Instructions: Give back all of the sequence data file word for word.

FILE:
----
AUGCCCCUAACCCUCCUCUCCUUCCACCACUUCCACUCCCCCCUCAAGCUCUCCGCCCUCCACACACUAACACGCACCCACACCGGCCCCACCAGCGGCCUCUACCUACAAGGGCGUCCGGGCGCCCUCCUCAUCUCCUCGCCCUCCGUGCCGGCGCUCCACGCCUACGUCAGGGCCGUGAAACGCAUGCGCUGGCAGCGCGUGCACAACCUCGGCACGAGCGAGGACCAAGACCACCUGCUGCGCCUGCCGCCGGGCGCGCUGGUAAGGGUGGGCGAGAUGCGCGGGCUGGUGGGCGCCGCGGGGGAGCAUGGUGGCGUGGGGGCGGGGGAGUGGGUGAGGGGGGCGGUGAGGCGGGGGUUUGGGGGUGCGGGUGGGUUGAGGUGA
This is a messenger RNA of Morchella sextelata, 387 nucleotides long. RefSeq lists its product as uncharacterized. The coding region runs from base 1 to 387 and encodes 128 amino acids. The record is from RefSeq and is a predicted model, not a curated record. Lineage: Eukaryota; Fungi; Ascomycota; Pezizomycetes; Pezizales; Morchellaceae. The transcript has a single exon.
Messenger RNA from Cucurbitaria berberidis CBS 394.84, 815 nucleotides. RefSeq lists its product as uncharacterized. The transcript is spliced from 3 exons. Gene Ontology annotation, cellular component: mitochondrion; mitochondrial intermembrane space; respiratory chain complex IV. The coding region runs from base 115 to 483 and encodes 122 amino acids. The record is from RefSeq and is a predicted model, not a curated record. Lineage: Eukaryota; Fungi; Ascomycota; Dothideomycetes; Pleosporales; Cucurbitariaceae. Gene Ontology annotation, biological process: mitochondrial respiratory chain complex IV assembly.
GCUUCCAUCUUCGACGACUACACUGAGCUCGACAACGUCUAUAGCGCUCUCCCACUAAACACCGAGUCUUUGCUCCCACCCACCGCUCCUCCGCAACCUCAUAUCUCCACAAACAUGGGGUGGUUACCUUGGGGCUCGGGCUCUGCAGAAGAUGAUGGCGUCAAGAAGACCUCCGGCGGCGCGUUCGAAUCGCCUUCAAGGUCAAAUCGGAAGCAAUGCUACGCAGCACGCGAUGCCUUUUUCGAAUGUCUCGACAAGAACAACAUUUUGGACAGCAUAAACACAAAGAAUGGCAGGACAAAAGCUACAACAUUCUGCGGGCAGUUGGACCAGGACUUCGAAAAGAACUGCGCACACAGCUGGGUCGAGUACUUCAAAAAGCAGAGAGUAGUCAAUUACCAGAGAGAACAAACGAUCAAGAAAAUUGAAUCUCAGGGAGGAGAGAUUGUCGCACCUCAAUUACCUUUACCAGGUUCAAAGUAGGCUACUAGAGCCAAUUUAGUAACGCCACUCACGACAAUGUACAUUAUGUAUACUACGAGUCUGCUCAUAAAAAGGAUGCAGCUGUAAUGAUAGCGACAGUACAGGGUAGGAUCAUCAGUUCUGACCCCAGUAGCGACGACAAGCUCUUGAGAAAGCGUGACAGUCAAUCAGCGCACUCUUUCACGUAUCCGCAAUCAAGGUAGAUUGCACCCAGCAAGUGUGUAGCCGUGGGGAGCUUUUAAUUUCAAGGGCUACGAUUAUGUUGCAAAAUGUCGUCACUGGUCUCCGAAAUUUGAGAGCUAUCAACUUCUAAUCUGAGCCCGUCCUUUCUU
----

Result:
AUGCCCCUAACCCUCCUCUCCUUCCACCACUUCCACUCCCCCCUCAAGCUCUCCGCCCUCCACACACUAACACGCACCCACACCGGCCCCACCAGCGGCCUCUACCUACAAGGGCGUCCGGGCGCCCUCCUCAUCUCCUCGCCCUCCGUGCCGGCGCUCCACGCCUACGUCAGGGCCGUGAAACGCAUGCGCUGGCAGCGCGUGCACAACCUCGGCACGAGCGAGGACCAAGACCACCUGCUGCGCCUGCCGCCGGGCGCGCUGGUAAGGGUGGGCGAGAUGCGCGGGCUGGUGGGCGCCGCGGGGGAGCAUGGUGGCGUGGGGGCGGGGGAGUGGGUGAGGGGGGCGGUGAGGCGGGGGUUUGGGGGUGCGGGUGGGUUGAGGUGA
This is a messenger RNA of Morchella sextelata, 387 nucleotides long. RefSeq lists its product as uncharacterized. The coding region runs from base 1 to 387 and encodes 128 amino acids. The record is from RefSeq and is a predicted model, not a curated record. Lineage: Eukaryota; Fungi; Ascomycota; Pezizomycetes; Pezizales; Morchellaceae. The transcript has a single exon.
Messenger RNA from Cucurbitaria berberidis CBS 394.84, 815 nucleotides. RefSeq lists its product as uncharacterized. The transcript is spliced from 3 exons. Gene Ontology annotation, cellular component: mitochondrion; mitochondrial intermembrane space; respiratory chain complex IV. The coding region runs from base 115 to 483 and encodes 122 amino acids. The record is from RefSeq and is a predicted model, not a curated record. Lineage: Eukaryota; Fungi; Ascomycota; Dothideomycetes; Pleosporales; Cucurbitariaceae. Gene Ontology annotation, biological process: mitochondrial respiratory chain complex IV assembly.
GCUUCCAUCUUCGACGACUACACUGAGCUCGACAACGUCUAUAGCGCUCUCCCACUAAACACCGAGUCUUUGCUCCCACCCACCGCUCCUCCGCAACCUCAUAUCUCCACAAACAUGGGGUGGUUACCUUGGGGCUCGGGCUCUGCAGAAGAUGAUGGCGUCAAGAAGACCUCCGGCGGCGCGUUCGAAUCGCCUUCAAGGUCAAAUCGGAAGCAAUGCUACGCAGCACGCGAUGCCUUUUUCGAAUGUCUCGACAAGAACAACAUUUUGGACAGCAUAAACACAAAGAAUGGCAGGACAAAAGCUACAACAUUCUGCGGGCAGUUGGACCAGGACUUCGAAAAGAACUGCGCACACAGCUGGGUCGAGUACUUCAAAAAGCAGAGAGUAGUCAAUUACCAGAGAGAACAAACGAUCAAGAAAAUUGAAUCUCAGGGAGGAGAGAUUGUCGCACCUCAAUUACCUUUACCAGGUUCAAAGUAGGCUACUAGAGCCAAUUUAGUAACGCCACUCACGACAAUGUACAUUAUGUAUACUACGAGUCUGCUCAUAAAAAGGAUGCAGCUGUAAUGAUAGCGACAGUACAGGGUAGGAUCAUCAGUUCUGACCCCAGUAGCGACGACAAGCUCUUGAGAAAGCGUGACAGUCAAUCAGCGCACUCUUUCACGUAUCCGCAAUCAAGGUAGAUUGCACCCAGCAAGUGUGUAGCCGUGGGGAGCUUUUAAUUUCAAGGGCUACGAUUAUGUUGCAAAAUGUCGUCACUGGUCUCCGAAAUUUGAGAGCUAUCAACUUCUAAUCUGAGCCCGUCCUUUCUU